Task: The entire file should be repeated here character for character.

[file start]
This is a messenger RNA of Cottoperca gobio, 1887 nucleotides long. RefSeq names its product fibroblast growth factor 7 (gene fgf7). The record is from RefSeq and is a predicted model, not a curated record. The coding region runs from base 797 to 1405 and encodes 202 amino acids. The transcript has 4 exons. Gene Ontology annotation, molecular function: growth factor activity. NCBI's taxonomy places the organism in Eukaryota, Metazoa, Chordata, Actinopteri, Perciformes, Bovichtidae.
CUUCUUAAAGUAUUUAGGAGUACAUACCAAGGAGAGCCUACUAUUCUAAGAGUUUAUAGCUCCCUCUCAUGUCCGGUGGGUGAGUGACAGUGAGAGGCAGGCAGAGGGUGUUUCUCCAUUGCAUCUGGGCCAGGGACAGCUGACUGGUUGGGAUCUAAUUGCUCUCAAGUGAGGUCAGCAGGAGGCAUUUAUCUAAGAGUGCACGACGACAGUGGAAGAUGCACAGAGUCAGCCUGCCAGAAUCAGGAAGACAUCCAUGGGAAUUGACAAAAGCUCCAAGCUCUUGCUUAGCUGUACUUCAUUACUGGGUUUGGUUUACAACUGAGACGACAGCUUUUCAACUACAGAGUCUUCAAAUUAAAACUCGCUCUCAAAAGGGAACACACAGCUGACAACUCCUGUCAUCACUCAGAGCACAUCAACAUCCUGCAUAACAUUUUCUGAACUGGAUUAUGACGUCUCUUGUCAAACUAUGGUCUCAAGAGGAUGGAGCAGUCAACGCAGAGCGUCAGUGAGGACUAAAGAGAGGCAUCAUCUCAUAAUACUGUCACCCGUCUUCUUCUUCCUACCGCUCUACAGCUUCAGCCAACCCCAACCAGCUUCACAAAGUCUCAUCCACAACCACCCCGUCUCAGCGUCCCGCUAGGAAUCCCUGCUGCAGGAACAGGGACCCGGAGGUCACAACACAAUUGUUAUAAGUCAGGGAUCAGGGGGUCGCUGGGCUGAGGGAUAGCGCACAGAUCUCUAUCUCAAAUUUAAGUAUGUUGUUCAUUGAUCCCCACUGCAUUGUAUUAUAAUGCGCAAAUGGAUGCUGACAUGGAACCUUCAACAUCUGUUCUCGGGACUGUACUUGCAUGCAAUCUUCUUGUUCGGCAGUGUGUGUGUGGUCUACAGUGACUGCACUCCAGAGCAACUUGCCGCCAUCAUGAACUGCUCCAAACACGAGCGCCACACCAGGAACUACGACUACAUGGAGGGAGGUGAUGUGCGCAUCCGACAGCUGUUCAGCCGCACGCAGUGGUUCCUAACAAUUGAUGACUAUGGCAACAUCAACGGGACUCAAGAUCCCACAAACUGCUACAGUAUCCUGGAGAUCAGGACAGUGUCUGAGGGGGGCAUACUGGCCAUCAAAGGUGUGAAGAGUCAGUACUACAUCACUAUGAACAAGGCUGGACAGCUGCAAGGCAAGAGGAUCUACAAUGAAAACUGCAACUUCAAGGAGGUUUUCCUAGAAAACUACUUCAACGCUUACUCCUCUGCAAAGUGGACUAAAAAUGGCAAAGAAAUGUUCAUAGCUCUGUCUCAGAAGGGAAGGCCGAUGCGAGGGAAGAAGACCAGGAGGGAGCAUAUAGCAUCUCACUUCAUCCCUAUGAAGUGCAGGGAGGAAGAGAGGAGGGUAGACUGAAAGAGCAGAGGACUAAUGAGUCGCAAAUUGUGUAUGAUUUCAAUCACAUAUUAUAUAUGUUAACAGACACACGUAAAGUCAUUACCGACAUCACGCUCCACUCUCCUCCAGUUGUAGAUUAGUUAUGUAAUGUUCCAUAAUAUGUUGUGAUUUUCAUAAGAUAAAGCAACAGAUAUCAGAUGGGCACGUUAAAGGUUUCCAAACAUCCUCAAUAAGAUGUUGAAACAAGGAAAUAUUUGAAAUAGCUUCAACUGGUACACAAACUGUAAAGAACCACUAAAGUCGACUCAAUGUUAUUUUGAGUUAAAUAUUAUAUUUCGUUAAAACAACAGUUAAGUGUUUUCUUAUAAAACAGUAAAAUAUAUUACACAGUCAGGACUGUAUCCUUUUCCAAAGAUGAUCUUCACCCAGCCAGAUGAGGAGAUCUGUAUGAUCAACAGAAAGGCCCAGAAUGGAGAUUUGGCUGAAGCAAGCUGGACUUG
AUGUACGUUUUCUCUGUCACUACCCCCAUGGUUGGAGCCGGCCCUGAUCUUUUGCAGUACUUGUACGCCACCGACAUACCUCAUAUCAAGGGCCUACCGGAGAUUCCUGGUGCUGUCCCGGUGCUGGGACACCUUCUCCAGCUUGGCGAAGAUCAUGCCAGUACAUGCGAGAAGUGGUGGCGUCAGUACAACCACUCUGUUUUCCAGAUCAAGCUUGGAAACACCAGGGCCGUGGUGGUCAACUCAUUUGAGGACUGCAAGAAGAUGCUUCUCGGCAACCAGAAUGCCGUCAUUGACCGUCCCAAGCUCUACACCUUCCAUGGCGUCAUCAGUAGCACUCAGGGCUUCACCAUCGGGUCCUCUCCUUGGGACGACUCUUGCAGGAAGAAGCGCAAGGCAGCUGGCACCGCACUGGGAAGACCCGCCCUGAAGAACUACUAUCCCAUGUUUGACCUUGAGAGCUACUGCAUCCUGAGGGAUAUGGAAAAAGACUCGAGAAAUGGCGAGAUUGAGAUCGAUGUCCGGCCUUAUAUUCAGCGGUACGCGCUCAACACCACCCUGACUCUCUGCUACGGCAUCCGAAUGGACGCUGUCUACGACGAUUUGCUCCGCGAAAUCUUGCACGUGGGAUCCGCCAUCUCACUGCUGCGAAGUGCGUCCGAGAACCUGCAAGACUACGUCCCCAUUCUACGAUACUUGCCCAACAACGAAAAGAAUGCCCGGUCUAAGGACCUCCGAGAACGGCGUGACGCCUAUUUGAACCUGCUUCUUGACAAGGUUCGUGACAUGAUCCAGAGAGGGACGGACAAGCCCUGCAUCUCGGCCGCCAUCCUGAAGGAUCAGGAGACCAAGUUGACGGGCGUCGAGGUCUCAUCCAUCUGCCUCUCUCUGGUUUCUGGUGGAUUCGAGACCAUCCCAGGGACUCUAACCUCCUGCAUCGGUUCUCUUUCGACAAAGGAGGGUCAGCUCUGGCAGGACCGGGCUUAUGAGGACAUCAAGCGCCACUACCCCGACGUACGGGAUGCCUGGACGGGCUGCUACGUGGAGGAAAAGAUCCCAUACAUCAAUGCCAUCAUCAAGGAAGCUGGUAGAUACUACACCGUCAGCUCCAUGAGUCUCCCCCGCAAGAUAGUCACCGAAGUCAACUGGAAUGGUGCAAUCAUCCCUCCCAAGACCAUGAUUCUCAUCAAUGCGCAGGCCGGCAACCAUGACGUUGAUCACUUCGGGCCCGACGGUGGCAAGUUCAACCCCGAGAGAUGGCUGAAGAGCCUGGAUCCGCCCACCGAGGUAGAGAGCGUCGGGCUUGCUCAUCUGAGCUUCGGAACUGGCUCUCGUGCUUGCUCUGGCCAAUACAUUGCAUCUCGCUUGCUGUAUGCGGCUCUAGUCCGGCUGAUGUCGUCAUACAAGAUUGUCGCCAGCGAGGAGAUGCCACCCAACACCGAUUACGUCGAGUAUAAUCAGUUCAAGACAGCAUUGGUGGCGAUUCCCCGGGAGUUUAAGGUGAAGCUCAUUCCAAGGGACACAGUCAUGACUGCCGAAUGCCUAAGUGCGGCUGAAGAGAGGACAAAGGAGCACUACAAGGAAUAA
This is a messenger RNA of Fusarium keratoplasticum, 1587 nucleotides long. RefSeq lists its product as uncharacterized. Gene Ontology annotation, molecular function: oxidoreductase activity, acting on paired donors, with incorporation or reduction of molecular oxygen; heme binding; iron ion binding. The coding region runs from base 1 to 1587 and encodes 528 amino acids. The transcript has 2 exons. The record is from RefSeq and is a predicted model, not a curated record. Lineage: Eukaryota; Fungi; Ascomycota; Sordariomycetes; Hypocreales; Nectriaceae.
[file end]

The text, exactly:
This is a messenger RNA of Cottoperca gobio, 1887 nucleotides long. RefSeq names its product fibroblast growth factor 7 (gene fgf7). The record is from RefSeq and is a predicted model, not a curated record. The coding region runs from base 797 to 1405 and encodes 202 amino acids. The transcript has 4 exons. Gene Ontology annotation, molecular function: growth factor activity. NCBI's taxonomy places the organism in Eukaryota, Metazoa, Chordata, Actinopteri, Perciformes, Bovichtidae.
CUUCUUAAAGUAUUUAGGAGUACAUACCAAGGAGAGCCUACUAUUCUAAGAGUUUAUAGCUCCCUCUCAUGUCCGGUGGGUGAGUGACAGUGAGAGGCAGGCAGAGGGUGUUUCUCCAUUGCAUCUGGGCCAGGGACAGCUGACUGGUUGGGAUCUAAUUGCUCUCAAGUGAGGUCAGCAGGAGGCAUUUAUCUAAGAGUGCACGACGACAGUGGAAGAUGCACAGAGUCAGCCUGCCAGAAUCAGGAAGACAUCCAUGGGAAUUGACAAAAGCUCCAAGCUCUUGCUUAGCUGUACUUCAUUACUGGGUUUGGUUUACAACUGAGACGACAGCUUUUCAACUACAGAGUCUUCAAAUUAAAACUCGCUCUCAAAAGGGAACACACAGCUGACAACUCCUGUCAUCACUCAGAGCACAUCAACAUCCUGCAUAACAUUUUCUGAACUGGAUUAUGACGUCUCUUGUCAAACUAUGGUCUCAAGAGGAUGGAGCAGUCAACGCAGAGCGUCAGUGAGGACUAAAGAGAGGCAUCAUCUCAUAAUACUGUCACCCGUCUUCUUCUUCCUACCGCUCUACAGCUUCAGCCAACCCCAACCAGCUUCACAAAGUCUCAUCCACAACCACCCCGUCUCAGCGUCCCGCUAGGAAUCCCUGCUGCAGGAACAGGGACCCGGAGGUCACAACACAAUUGUUAUAAGUCAGGGAUCAGGGGGUCGCUGGGCUGAGGGAUAGCGCACAGAUCUCUAUCUCAAAUUUAAGUAUGUUGUUCAUUGAUCCCCACUGCAUUGUAUUAUAAUGCGCAAAUGGAUGCUGACAUGGAACCUUCAACAUCUGUUCUCGGGACUGUACUUGCAUGCAAUCUUCUUGUUCGGCAGUGUGUGUGUGGUCUACAGUGACUGCACUCCAGAGCAACUUGCCGCCAUCAUGAACUGCUCCAAACACGAGCGCCACACCAGGAACUACGACUACAUGGAGGGAGGUGAUGUGCGCAUCCGACAGCUGUUCAGCCGCACGCAGUGGUUCCUAACAAUUGAUGACUAUGGCAACAUCAACGGGACUCAAGAUCCCACAAACUGCUACAGUAUCCUGGAGAUCAGGACAGUGUCUGAGGGGGGCAUACUGGCCAUCAAAGGUGUGAAGAGUCAGUACUACAUCACUAUGAACAAGGCUGGACAGCUGCAAGGCAAGAGGAUCUACAAUGAAAACUGCAACUUCAAGGAGGUUUUCCUAGAAAACUACUUCAACGCUUACUCCUCUGCAAAGUGGACUAAAAAUGGCAAAGAAAUGUUCAUAGCUCUGUCUCAGAAGGGAAGGCCGAUGCGAGGGAAGAAGACCAGGAGGGAGCAUAUAGCAUCUCACUUCAUCCCUAUGAAGUGCAGGGAGGAAGAGAGGAGGGUAGACUGAAAGAGCAGAGGACUAAUGAGUCGCAAAUUGUGUAUGAUUUCAAUCACAUAUUAUAUAUGUUAACAGACACACGUAAAGUCAUUACCGACAUCACGCUCCACUCUCCUCCAGUUGUAGAUUAGUUAUGUAAUGUUCCAUAAUAUGUUGUGAUUUUCAUAAGAUAAAGCAACAGAUAUCAGAUGGGCACGUUAAAGGUUUCCAAACAUCCUCAAUAAGAUGUUGAAACAAGGAAAUAUUUGAAAUAGCUUCAACUGGUACACAAACUGUAAAGAACCACUAAAGUCGACUCAAUGUUAUUUUGAGUUAAAUAUUAUAUUUCGUUAAAACAACAGUUAAGUGUUUUCUUAUAAAACAGUAAAAUAUAUUACACAGUCAGGACUGUAUCCUUUUCCAAAGAUGAUCUUCACCCAGCCAGAUGAGGAGAUCUGUAUGAUCAACAGAAAGGCCCAGAAUGGAGAUUUGGCUGAAGCAAGCUGGACUUG
AUGUACGUUUUCUCUGUCACUACCCCCAUGGUUGGAGCCGGCCCUGAUCUUUUGCAGUACUUGUACGCCACCGACAUACCUCAUAUCAAGGGCCUACCGGAGAUUCCUGGUGCUGUCCCGGUGCUGGGACACCUUCUCCAGCUUGGCGAAGAUCAUGCCAGUACAUGCGAGAAGUGGUGGCGUCAGUACAACCACUCUGUUUUCCAGAUCAAGCUUGGAAACACCAGGGCCGUGGUGGUCAACUCAUUUGAGGACUGCAAGAAGAUGCUUCUCGGCAACCAGAAUGCCGUCAUUGACCGUCCCAAGCUCUACACCUUCCAUGGCGUCAUCAGUAGCACUCAGGGCUUCACCAUCGGGUCCUCUCCUUGGGACGACUCUUGCAGGAAGAAGCGCAAGGCAGCUGGCACCGCACUGGGAAGACCCGCCCUGAAGAACUACUAUCCCAUGUUUGACCUUGAGAGCUACUGCAUCCUGAGGGAUAUGGAAAAAGACUCGAGAAAUGGCGAGAUUGAGAUCGAUGUCCGGCCUUAUAUUCAGCGGUACGCGCUCAACACCACCCUGACUCUCUGCUACGGCAUCCGAAUGGACGCUGUCUACGACGAUUUGCUCCGCGAAAUCUUGCACGUGGGAUCCGCCAUCUCACUGCUGCGAAGUGCGUCCGAGAACCUGCAAGACUACGUCCCCAUUCUACGAUACUUGCCCAACAACGAAAAGAAUGCCCGGUCUAAGGACCUCCGAGAACGGCGUGACGCCUAUUUGAACCUGCUUCUUGACAAGGUUCGUGACAUGAUCCAGAGAGGGACGGACAAGCCCUGCAUCUCGGCCGCCAUCCUGAAGGAUCAGGAGACCAAGUUGACGGGCGUCGAGGUCUCAUCCAUCUGCCUCUCUCUGGUUUCUGGUGGAUUCGAGACCAUCCCAGGGACUCUAACCUCCUGCAUCGGUUCUCUUUCGACAAAGGAGGGUCAGCUCUGGCAGGACCGGGCUUAUGAGGACAUCAAGCGCCACUACCCCGACGUACGGGAUGCCUGGACGGGCUGCUACGUGGAGGAAAAGAUCCCAUACAUCAAUGCCAUCAUCAAGGAAGCUGGUAGAUACUACACCGUCAGCUCCAUGAGUCUCCCCCGCAAGAUAGUCACCGAAGUCAACUGGAAUGGUGCAAUCAUCCCUCCCAAGACCAUGAUUCUCAUCAAUGCGCAGGCCGGCAACCAUGACGUUGAUCACUUCGGGCCCGACGGUGGCAAGUUCAACCCCGAGAGAUGGCUGAAGAGCCUGGAUCCGCCCACCGAGGUAGAGAGCGUCGGGCUUGCUCAUCUGAGCUUCGGAACUGGCUCUCGUGCUUGCUCUGGCCAAUACAUUGCAUCUCGCUUGCUGUAUGCGGCUCUAGUCCGGCUGAUGUCGUCAUACAAGAUUGUCGCCAGCGAGGAGAUGCCACCCAACACCGAUUACGUCGAGUAUAAUCAGUUCAAGACAGCAUUGGUGGCGAUUCCCCGGGAGUUUAAGGUGAAGCUCAUUCCAAGGGACACAGUCAUGACUGCCGAAUGCCUAAGUGCGGCUGAAGAGAGGACAAAGGAGCACUACAAGGAAUAA
This is a messenger RNA of Fusarium keratoplasticum, 1587 nucleotides long. RefSeq lists its product as uncharacterized. Gene Ontology annotation, molecular function: oxidoreductase activity, acting on paired donors, with incorporation or reduction of molecular oxygen; heme binding; iron ion binding. The coding region runs from base 1 to 1587 and encodes 528 amino acids. The transcript has 2 exons. The record is from RefSeq and is a predicted model, not a curated record. Lineage: Eukaryota; Fungi; Ascomycota; Sordariomycetes; Hypocreales; Nectriaceae.